• minimize the development of Selenium-based asynchronous wait functions before interacting with input elements thanks to implicit wait functions that let you interact with web elements only when they are ready. You just focus on user actions, you are more productive and you reduce the chance of writing bad or not robust asynchronous wait functions
  • implement polling-based asynchronous waiter commands based on custom expressions when needed

using a serialization format (JSON at this time of writing, YAML in the next future) that should be more affordable for non technical testers, non programmers or programmers with no Python knowledge.

Potentially you will be able to share and execute a new scenario not yet included in your test library copying and pasting a pytest-play JSON to a Jenkins build with parameters form like the following one (see the PLAY textarea):

From http://davidemoro.blogspot.it/2018/03/test-automation-python-pytest-jenkins.html

In addition if you are a technical user you can extend it writing your own plugins, you can provide the integration with external tools (e.g., test management tools, software metrics engines, etc), you can decide the test abstraction depending on deadlines/skills/strategy (e.g., use plain json files, a programmatic approach based on json scenarios or BDD steps based on pytest-play).

What pytest-play is not

For example pytest-play doesn’t provide a test scenario recorder but it enforces users to understand what they are doing.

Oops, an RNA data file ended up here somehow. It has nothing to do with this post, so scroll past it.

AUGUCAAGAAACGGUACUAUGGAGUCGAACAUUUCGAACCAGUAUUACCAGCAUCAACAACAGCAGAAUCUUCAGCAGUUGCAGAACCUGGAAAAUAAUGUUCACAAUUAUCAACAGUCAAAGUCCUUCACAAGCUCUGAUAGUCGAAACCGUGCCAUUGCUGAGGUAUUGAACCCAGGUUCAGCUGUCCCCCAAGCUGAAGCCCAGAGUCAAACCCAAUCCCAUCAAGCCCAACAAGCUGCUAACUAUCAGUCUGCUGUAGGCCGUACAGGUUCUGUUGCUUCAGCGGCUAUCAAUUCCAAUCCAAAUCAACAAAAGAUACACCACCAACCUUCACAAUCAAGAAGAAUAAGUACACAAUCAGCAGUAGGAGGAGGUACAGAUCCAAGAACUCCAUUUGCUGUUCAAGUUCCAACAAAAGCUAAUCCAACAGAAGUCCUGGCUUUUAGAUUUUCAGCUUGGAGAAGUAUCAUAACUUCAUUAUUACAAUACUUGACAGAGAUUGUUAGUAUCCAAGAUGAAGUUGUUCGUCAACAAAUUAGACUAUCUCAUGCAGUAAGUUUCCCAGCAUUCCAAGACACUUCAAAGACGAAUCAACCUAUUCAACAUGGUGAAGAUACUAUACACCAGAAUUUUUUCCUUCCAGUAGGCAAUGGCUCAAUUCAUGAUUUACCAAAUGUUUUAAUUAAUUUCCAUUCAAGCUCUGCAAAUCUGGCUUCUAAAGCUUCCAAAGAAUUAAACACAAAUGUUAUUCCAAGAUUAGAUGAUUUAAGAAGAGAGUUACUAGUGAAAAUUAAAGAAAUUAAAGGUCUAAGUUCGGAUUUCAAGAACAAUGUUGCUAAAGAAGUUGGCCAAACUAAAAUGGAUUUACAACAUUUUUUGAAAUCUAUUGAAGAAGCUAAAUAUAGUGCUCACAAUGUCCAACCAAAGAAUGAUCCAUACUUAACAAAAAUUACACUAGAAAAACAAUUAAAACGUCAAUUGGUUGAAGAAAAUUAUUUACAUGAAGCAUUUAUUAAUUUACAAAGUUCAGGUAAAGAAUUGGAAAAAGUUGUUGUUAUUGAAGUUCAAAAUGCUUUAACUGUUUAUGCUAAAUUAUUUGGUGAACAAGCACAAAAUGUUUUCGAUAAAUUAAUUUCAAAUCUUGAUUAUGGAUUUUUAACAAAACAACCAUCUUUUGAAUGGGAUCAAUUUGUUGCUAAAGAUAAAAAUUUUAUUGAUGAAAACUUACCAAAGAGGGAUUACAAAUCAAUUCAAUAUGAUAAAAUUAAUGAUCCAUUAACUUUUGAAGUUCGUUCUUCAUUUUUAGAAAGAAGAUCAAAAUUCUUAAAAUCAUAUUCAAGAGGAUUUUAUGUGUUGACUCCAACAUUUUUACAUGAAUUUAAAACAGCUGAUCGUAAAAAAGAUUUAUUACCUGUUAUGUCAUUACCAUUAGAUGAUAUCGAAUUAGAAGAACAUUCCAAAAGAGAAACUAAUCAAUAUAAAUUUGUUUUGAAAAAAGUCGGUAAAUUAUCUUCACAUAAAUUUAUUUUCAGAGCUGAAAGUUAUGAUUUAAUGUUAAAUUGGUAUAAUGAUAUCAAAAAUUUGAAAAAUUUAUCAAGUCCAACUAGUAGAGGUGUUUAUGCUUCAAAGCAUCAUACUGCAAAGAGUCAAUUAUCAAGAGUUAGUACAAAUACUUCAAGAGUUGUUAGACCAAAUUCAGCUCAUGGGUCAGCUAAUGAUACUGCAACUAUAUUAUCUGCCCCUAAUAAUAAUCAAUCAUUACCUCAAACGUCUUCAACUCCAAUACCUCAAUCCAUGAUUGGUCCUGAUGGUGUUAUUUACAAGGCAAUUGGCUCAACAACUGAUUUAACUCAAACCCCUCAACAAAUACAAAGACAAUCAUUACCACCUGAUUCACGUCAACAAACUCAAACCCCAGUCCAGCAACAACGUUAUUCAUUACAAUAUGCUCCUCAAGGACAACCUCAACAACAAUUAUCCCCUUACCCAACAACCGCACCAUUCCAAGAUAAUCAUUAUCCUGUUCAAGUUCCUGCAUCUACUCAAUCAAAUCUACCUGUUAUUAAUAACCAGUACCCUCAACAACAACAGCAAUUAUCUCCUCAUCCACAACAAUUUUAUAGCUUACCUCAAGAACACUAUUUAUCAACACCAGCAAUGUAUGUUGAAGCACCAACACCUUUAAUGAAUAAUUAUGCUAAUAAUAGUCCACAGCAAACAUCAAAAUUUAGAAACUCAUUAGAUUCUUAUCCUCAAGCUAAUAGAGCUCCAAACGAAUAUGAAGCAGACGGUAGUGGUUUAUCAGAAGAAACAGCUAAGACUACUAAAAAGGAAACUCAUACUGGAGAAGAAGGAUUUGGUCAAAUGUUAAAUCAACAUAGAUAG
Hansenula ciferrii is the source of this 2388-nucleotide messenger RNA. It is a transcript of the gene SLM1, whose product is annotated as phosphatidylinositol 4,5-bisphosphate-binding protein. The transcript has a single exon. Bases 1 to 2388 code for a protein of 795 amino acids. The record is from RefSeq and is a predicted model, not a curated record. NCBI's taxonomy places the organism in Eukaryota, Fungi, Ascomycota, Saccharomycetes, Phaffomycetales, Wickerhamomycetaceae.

It requires a very very little programming knowledge for writing some assertions using simple code expressions but with a little training activity it is still affordable by non programmers (you don’t have to learn a programming language, just some basic assertions).

It is not feature complete but it is free software.

If you want to know more in this previous article I’ve talked about:

A pytest-play example: parametrized login (featuring Plone CMS)

In this example we’ll see how to write and execute pure json pytest-play scenarios with test data decoupled by the test implementation and test parametrization. I’m using the available online Plone 5 demo site kindly hosted by Andreas Jung (www.zopyx.com).

The project is available here:

The tests could be launched this way as a normal pytest project once you installed pytest and the dependencies (there is a requirements.txt file, see the above link):

$   pytest --variables env-ALPHA.yml --splinter-webdriver firefox --splinter-screenshot-dir /tmp -x

Where the you can have multiple environment/variable files. E.g., env-ALPHA.yml containing the alpha base url and any other variables:

pytest-play:
base_url: https://plone-demo.info

Our login test_login.json scenario contains (as you can see there are NO asynchronous waits because they are not needed for basic examples so you can focus on actions and assertions thanks to implicit waits):

{
"steps": [
{
"comment": "visit base url",
"type": "get",
"url": "$ base_url"
},
{
"comment": "click on login link",
"locator": {
"type": "id",